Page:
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readingtype

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  1. @michl080 @jhock Let's get this straight. Is it entirely a coincidence that @jhock found the place you live when searching Google? That's crazy :-) As it happens I saw the BR 50 in the museum at Horb a few years ago -- I did wonder why it was there, surrounded by rolling stock that (mostly) had a close connection with Stuttgart or Baden-Württemburg. Now I know! Ben
  2. The loco Roco chose, 2255, appears in a great dynamic photo of February 1945, crossing the temporary span of a viaduct just east of Aachen that had been blown up by retreating German forces the previous Autumn. 2255 pilots another loco and is considerably cleaner than the second S160. I'd love to have a print of the image which is credited to the US Army Signal Corps. I found it reproduced fairly small in Züge der Alliierten, published by Eisenbahn Kurier-Verlag, 2017. More details of the reworking of the cabside numbers are now on the Model Railway Club blog. I intend to renumber again to a different prototype.
  3. I've started one of these kits. In fact it was a while ago. It seemed to me then that, if assembled without checking and adjusting things, the axles would be parallel with each other (in plan) but not square with the solebars. AKA skew whiff. Thanks for the additional hints in your report, there are clearly other potential issues to watch out for!
  4. I think this video may already have had an airing elsewhere in this forum, but I like it. It's a special (the last I would guess) along the Industriebahn in the Stuttgart suburb of Feuerbach. You can watch the Eisenbahnfreunde rushing about trying to work out where to go next to get a picture before the traffic lights change! There's another useful video showing a 365(?) delivering two two-axle tank wagons that's also on YouTube somewhere. The Feuerbach network has inspired me, and I'm going to base at least one of the buildings on my current FREMO station module on one of the factories it served. The system was pretty substantial in its heyday and includes all sorts of interesting switchbacks etc. Almost all of it ran on roads, and it crossed a dual carriageway and a tram route seemingly just for the fun of doing it all again at the next intersection to come back the other way. I think that the city of Stuttgart got fed up of the additional cost of doing work of any kind on the roads. It is a place with a complex relationship with trains as far as I can tell :-) Ben
  5. @AchimK thanks for the report, it's very helpful to know more about what you get on (at least one of) these CDs. It could be that the originals are not very large, but if they are then organising the reproduction will not have been especially easy.
  6. Nice choice of scale (seriously). Personally I'd recommend EM or P4 gauge but can imagine why you might prefer not. Here's a CD with drawings on Ebay. I've seen these CDs recommended by others but not bought one myself (though tempted by the Prussian T3 and others): https://www.ebay.co.uk/itm/CD-mit-Musterzeichnungen-zum-Nachbau-einer-Schnellzuglok-Baureihe-61/184408191040?hash=item2aef95b040:g:CBUAAOSwYIhWlCFL Ben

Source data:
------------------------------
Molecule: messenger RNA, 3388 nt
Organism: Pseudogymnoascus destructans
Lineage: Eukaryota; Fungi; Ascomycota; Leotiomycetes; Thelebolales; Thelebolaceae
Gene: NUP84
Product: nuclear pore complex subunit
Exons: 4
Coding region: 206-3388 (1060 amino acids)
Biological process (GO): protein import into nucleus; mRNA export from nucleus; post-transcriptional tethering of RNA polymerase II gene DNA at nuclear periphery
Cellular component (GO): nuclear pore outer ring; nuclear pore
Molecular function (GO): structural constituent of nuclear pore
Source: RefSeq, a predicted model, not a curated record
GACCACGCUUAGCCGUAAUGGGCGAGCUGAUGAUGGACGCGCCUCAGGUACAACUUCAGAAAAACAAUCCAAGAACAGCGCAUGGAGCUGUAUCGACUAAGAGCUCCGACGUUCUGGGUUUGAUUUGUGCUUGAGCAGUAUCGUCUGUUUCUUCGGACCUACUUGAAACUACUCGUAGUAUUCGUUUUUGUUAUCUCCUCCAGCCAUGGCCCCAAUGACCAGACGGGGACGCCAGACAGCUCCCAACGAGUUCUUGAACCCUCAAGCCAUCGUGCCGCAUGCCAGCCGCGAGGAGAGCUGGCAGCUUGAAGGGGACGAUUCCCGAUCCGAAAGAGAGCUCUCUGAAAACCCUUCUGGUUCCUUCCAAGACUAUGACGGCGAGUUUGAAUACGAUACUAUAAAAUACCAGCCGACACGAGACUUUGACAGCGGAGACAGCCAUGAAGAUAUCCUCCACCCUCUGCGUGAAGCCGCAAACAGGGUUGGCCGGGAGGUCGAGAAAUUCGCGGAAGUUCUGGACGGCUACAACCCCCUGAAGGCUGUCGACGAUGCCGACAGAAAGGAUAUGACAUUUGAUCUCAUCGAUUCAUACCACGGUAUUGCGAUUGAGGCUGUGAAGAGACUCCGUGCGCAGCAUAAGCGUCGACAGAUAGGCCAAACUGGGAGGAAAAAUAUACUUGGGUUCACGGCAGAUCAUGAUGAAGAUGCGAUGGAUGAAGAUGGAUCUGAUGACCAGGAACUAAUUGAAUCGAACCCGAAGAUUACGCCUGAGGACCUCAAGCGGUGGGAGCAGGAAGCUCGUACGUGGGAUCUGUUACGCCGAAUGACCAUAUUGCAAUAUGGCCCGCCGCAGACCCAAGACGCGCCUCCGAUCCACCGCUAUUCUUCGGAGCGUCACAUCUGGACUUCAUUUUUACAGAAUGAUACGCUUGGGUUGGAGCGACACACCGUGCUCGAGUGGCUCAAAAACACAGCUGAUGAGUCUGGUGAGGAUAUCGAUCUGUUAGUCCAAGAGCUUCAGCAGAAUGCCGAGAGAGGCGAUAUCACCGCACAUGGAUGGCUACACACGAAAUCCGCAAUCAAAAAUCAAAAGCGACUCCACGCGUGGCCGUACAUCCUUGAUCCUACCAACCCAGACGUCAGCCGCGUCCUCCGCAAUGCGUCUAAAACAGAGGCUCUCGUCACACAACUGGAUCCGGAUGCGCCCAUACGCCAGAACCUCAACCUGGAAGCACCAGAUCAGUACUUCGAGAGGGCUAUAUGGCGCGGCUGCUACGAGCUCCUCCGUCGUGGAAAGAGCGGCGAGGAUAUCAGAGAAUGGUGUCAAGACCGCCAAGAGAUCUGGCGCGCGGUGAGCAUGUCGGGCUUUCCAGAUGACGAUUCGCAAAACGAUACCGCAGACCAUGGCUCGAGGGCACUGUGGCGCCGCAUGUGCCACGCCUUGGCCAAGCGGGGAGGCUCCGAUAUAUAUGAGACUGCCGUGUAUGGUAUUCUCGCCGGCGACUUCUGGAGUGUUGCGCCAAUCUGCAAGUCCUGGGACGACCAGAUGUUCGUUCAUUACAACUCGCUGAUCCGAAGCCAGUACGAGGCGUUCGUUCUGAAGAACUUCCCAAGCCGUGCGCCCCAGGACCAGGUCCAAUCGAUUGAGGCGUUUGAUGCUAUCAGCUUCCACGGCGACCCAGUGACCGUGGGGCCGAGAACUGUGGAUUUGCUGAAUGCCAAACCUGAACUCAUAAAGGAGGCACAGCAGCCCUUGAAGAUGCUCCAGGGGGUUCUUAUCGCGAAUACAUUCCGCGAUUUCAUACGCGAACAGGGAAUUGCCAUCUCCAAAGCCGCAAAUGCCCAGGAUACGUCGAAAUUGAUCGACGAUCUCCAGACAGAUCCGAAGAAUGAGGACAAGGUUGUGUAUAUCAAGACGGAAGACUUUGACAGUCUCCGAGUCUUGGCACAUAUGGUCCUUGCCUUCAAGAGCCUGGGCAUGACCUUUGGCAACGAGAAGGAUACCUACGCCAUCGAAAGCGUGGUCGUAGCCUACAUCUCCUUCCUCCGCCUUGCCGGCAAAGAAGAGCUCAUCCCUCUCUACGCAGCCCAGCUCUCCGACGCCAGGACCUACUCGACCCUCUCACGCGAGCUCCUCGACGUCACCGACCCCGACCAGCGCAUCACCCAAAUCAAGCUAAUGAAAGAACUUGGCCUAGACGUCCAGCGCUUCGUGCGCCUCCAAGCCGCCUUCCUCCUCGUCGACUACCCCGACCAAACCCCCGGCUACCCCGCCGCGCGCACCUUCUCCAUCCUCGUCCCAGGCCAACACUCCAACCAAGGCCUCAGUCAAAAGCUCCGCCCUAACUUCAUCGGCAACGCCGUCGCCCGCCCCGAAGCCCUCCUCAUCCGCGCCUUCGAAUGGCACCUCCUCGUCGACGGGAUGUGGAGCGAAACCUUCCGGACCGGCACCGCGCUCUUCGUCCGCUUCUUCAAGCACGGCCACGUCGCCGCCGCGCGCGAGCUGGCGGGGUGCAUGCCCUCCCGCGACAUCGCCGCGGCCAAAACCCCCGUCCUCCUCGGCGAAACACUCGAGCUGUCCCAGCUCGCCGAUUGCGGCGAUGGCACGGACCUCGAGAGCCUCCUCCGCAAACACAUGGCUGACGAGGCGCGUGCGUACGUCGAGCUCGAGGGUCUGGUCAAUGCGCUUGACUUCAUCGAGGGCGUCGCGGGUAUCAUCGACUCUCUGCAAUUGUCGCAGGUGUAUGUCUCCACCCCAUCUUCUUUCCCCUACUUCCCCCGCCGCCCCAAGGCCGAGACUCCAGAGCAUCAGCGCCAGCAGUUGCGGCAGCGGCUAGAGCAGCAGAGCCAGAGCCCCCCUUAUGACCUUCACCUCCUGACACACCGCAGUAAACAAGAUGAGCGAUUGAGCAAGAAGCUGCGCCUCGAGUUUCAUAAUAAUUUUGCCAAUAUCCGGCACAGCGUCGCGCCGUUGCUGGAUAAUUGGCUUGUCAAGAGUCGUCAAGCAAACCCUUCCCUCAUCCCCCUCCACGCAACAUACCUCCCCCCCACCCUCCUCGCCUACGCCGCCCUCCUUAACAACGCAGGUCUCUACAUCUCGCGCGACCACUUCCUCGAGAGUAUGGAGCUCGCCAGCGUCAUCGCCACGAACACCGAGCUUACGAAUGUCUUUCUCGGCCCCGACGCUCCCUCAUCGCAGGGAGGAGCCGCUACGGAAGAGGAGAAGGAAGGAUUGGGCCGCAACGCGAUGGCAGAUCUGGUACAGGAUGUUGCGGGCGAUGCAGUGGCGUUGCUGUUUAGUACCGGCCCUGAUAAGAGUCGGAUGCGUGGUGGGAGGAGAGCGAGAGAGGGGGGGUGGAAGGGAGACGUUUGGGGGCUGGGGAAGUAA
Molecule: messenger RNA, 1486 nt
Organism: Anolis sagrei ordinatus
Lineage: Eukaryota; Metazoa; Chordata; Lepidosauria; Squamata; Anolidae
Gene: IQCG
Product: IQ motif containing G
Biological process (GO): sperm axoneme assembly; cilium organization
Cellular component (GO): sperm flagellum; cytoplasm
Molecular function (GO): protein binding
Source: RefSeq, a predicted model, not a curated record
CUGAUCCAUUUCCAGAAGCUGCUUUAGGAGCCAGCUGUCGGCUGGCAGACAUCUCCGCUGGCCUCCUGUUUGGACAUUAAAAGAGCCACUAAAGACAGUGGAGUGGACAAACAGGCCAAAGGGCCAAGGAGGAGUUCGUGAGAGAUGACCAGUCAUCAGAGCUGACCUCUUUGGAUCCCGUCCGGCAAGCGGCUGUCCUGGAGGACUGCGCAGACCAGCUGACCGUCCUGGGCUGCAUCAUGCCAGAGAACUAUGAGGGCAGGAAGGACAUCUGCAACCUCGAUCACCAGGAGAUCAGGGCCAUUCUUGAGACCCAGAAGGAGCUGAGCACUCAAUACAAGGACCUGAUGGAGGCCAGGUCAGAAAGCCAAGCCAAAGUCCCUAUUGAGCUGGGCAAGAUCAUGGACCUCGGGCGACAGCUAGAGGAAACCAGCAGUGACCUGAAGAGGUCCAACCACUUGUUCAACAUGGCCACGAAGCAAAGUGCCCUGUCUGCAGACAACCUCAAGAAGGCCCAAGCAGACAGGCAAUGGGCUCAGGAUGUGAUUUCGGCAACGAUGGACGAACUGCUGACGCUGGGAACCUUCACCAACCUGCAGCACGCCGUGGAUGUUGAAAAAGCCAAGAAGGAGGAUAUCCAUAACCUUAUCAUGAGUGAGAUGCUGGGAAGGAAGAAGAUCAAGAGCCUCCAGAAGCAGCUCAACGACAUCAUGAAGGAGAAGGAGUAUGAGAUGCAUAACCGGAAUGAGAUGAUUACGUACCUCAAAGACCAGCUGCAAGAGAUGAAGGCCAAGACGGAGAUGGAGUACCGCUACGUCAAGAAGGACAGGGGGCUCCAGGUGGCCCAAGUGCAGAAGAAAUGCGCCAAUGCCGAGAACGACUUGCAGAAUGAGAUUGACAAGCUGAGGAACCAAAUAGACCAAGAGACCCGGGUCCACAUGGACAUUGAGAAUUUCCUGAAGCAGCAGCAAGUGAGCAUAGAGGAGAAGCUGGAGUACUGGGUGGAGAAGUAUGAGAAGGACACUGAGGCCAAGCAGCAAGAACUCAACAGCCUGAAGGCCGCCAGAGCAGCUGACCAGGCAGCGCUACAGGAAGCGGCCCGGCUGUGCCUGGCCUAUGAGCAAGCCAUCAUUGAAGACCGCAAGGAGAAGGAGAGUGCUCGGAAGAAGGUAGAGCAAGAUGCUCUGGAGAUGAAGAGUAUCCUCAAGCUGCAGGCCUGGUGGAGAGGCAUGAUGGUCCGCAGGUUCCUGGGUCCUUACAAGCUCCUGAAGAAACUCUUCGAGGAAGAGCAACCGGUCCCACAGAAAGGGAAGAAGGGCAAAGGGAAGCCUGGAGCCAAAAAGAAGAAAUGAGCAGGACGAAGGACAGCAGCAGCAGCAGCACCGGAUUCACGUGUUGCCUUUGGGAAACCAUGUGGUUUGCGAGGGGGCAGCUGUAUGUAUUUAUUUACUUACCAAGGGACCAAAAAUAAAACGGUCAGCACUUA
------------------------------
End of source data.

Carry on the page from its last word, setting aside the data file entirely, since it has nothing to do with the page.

7. Seeing this prompts me to add a mention of a supplier of replacement coach and wagon wheelsets in Germany I have used two or three times: http://www.modellbahn-radsatz.de/h0/radsaetze-h0-rp25/index.php The wheels vary in diameter according to the original model manufacturer's whim, doubtless a lot more than the prototype as 1,000 mm seems to have been a standard (in Germany at least) for 100 years or so. That's a bit bigger than the typical contemporary British wheel (what a surprise) but 10.5 mm is a common diameter in this range which is pretty much right for UK wagons. Pardon my failure to do the sums but I would guess a 1:76 wagon wheel from Gibson is pretty much perfect on a 1:87 carriage? Currently EUR 1.13 an axle as RP25 (watch out as you can buy NEM). I think they are the cheapest I have seen -- but don't forget to add in the postage cost (which was pretty reasonable when I ordered). The wheels are brass with a nickel surface and are chemically blackened. To explain the dimensions, taking as an example http://www.modellbahn-radsatz.de/h0/radsaetze-h0-rp25/fleischmann/index.php: Lkdm (=Laufkreisdurchmesser) tyre diameter - 11mm Achse axle length - 24 mm Oberflächenveredlung surface finish - nickel (I think the spec is absolutely standard across all their wheels) Spurkranzhöhe flange depth - 0.6 mm Wellendurchmesser axle diameter - 2 mm Radscheibenbreite wheel disc width (tyre and flange) - 2.8 mm [the tyre width I measure on a sample as 2mm] Obviously these terms might be useful elsewhere around the internet; happy searching. If you do use this supplier you need to be considerate and put in a reasonable order -- they used to state EUR 25 minimum for PayPal. My first order was less than that and I got a grumpy email ;-) If you order the wheelsets that are isolated on both wheels (beidseitig isoliert) you can pull them off the axles and put them on longer or shorter axles. I didn't realise until recently that Roco sell RP25 replacement wheelsets too. I haven't got any. Ben
  8. Hi For reference see also the recent GRS booklet on the K5 - plenty of photos of the one currentlyat Audingen, Pas de Calais. Disclaimer: GRS member :-) On a similar topic July's Eisenbahn Kurier has an article on some of the captured locos that were taken to the USA including a BR 52 with a condensing tender and 19 001, the 'Dampfmotorlokomotive', essentially a sort of streamlined direct-drive version of a Shay or Sentinel, but the size of the BR 06 and with a top speed of 175 km/h. The article concludes that after playing about with these locos the US military lost interest quickly as dieselisation was well under way in the US. Some good photos including a couple in colour from the early 1950s. Ben